Hacking a Safe with Bash

Through the years, I have settled on maintaining my sensitive data in plain-text files that I then encrypt asymmetrically. Although I take care to harden my system and encrypt partitions with LUKS wherever possible, I want to secure my most important data using higher-level tools, thereby lessening dependence on the underlying system configuration. Many powerful tools and utilities exist in this space, but some introduce unacceptable levels of "bloat" in one way or another. Being a minimalist, I have little interest in dealing with GUI applications that slow down my work flow or application-specific solutions (such as browser password vaults) that are applicable only toward a subset of my sensitive data. Working with text files affords greater flexibility over how my data is structured and provides the ability to leverage standard tools I can expect to find most anywhere.

Asymmetric Encryption

Asymmetric encryption, or public-key cryptography, relies on the use of two keys: one of which is held private, while the other is published freely. This model offers greater security over the symmetric approach, which is based on a single key that must be shared between the sender and receiver. GnuPG is a free software implementation of the OpenPGP standard as defined by RFC4880. GnuPG supports both asymmetric and symmetric algorithms. Refer to https://gnupg.org for additional information.


This article makes extensive use of GPG to interact with files stored in your safe. Many tutorials and HOWTOs exist that will walk you through how to set up and manage your keys properly. It is highly recommended to configure gpg-agent in order to avoid having to type your passphrase each time you interact with your private key. One popular approach used for this job is Keychain, because it also is capable of managing ssh-agent.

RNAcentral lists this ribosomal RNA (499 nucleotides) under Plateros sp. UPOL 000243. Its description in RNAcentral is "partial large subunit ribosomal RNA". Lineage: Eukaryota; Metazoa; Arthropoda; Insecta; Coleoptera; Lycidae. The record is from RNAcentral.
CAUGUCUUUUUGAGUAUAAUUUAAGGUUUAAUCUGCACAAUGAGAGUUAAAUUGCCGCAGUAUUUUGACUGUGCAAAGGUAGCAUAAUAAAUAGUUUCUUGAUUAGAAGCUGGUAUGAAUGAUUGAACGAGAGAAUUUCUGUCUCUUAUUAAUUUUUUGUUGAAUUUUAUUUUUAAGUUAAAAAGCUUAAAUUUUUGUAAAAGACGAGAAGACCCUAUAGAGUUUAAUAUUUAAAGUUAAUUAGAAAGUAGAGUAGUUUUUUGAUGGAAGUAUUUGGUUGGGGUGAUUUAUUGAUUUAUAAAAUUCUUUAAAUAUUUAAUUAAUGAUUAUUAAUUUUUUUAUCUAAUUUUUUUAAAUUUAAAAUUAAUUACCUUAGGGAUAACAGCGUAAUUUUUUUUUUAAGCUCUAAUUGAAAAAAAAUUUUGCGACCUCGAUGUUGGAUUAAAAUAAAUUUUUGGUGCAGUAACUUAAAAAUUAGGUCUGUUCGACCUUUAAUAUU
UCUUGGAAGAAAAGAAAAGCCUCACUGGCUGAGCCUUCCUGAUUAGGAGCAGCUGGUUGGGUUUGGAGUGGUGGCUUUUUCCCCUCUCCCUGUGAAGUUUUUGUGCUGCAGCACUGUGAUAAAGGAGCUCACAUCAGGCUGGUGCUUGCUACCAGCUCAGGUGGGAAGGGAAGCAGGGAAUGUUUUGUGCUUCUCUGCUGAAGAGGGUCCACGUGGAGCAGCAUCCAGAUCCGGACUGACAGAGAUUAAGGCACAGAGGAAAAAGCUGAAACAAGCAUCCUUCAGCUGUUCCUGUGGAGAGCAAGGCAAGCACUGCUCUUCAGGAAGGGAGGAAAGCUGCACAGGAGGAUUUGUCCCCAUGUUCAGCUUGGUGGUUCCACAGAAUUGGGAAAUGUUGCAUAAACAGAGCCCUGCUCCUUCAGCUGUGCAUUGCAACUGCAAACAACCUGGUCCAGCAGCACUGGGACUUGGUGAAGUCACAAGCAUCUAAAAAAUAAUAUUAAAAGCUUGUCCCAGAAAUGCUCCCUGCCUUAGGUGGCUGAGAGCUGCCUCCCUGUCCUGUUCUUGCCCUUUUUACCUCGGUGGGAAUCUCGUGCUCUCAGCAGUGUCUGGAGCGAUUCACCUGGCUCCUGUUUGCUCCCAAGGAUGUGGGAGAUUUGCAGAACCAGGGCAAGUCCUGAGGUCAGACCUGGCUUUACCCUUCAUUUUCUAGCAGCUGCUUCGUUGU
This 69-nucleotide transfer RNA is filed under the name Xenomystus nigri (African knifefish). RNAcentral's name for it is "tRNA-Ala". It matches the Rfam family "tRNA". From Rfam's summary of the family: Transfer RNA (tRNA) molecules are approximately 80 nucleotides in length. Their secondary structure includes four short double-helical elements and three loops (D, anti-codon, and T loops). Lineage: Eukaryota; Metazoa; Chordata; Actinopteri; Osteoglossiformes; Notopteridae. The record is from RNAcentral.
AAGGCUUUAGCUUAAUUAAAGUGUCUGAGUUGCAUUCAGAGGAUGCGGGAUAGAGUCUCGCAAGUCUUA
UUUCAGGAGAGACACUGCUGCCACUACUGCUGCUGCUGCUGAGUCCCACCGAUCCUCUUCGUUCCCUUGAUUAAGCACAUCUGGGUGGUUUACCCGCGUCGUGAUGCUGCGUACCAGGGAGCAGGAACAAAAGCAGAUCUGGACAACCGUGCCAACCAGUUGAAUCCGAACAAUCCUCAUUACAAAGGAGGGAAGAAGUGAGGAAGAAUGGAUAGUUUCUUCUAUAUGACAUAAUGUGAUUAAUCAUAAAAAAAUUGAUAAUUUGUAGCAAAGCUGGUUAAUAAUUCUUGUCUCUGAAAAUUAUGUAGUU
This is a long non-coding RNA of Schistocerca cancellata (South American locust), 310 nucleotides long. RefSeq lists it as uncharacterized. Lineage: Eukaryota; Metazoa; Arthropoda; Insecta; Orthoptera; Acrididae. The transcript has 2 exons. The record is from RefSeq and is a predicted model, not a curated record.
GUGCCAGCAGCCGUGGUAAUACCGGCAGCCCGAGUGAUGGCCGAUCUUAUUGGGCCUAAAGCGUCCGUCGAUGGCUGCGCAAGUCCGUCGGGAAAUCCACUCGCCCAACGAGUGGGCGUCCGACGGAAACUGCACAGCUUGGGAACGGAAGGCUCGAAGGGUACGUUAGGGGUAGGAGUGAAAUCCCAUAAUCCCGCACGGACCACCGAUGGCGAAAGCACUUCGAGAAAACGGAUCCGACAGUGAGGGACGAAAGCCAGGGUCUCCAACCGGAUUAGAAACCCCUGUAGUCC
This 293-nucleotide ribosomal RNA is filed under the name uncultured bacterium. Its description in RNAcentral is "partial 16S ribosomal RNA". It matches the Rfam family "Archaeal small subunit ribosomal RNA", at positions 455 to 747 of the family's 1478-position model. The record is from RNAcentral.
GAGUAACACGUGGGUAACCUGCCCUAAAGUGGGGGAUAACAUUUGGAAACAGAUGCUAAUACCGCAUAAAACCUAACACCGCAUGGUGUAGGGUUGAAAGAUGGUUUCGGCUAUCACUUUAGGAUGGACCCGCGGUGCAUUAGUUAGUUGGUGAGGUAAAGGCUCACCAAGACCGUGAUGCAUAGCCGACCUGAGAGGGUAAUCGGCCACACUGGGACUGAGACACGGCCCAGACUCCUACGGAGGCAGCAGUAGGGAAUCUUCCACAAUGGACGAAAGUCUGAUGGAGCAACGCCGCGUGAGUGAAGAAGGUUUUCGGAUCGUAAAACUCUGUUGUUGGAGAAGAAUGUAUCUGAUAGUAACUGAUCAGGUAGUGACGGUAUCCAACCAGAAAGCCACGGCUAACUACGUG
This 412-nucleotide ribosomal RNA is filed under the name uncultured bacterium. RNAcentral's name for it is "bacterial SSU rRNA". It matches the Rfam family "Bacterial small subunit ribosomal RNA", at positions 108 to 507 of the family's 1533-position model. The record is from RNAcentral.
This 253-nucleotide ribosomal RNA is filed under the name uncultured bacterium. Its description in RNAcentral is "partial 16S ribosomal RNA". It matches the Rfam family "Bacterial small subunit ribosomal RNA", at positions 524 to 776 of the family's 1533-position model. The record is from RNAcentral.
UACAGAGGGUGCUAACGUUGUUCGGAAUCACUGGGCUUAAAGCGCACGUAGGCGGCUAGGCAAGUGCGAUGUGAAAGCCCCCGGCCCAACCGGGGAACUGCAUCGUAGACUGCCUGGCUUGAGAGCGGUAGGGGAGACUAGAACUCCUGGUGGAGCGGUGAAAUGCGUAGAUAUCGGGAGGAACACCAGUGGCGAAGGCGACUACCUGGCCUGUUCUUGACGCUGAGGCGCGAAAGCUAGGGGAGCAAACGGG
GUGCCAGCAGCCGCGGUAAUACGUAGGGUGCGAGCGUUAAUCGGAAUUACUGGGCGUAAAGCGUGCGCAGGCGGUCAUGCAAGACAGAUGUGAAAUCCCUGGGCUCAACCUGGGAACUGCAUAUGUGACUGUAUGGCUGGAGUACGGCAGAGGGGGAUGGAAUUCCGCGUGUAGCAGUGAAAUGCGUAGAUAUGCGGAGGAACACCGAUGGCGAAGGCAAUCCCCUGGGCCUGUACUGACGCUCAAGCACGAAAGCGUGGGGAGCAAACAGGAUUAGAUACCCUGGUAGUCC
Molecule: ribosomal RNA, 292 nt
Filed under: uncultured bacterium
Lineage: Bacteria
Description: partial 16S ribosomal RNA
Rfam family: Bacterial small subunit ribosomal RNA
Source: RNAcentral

Let's take the classic example of managing credentials. This is a necessary evil and while both pass and KeePassC look interesting, I am not yet convinced they would fit into my work flow. Also, I am definitely not lulled by any "copy to clipboard" feature. You've all seen the inevitable clipboard spills on IRC and such—no thanks! For the time being, let's fold this job into a "safe" concept by managing this data in a file. Each line in the file will conform to a simple format of:


Where "resource" is something mnemonic, such as an FQDN or even a hardware device like a router that is limited to providing telnet access. Both userid and password fields are represented as hints. This hinting approach works nicely given my conscious effort to limit the number of user IDs and passwords I routinely use. This means a hint is all that is needed for muscle memory to kick in. If a particular resource uses some exotic complexity rules, I quickly can understand the slight variation by modifying the hint accordingly. For example, a hint of "fo" might end up as "!fo" or "fO". Another example of achieving this balance between security and usability comes up when you need to use an especially long password. One practical solution would be to combine familiar passwords and document the hint accordingly. For example, a hint representing a combination of "fo" and "ba" could be represented as "fo..ba". Finally, the hinting approach provides reasonable fall-back protection since the limited information would be of little use to an intruder.

Despite the obscurity, leaving this data in the clear would be silly and irresponsible. Having GnuPG configured provides an opportunity to encrypt the data using your private key. After creating the file, my work flow was looking something like this:

$ gpg --ear <my key id> <file>
$ shred -u <file>

Updating the file would involve decrypting, editing and repeating the steps above. This was tolerable for a while since, practically speaking, I'm not establishing credentials on a daily basis. However, I knew the day would eventually come when the tedious routine would become too much of a burden. As expected, that day came when I found myself keeping insurance-related notes that I then considered encrypting using the same technique. Now, I am talking about managing multiple files—a clear sign that it is time to write a script to act as a wrapper. My requirements were simple:

  1. Leverage common tools, such as GPG, shred and bash built-ins.

  2. Reduce typing for common operations (encrypt, decrypt and so on).

  3. Keep things clean and readable in order to accommodate future growth.

  4. Accommodate plain-text files but avoid having to micro-manage them.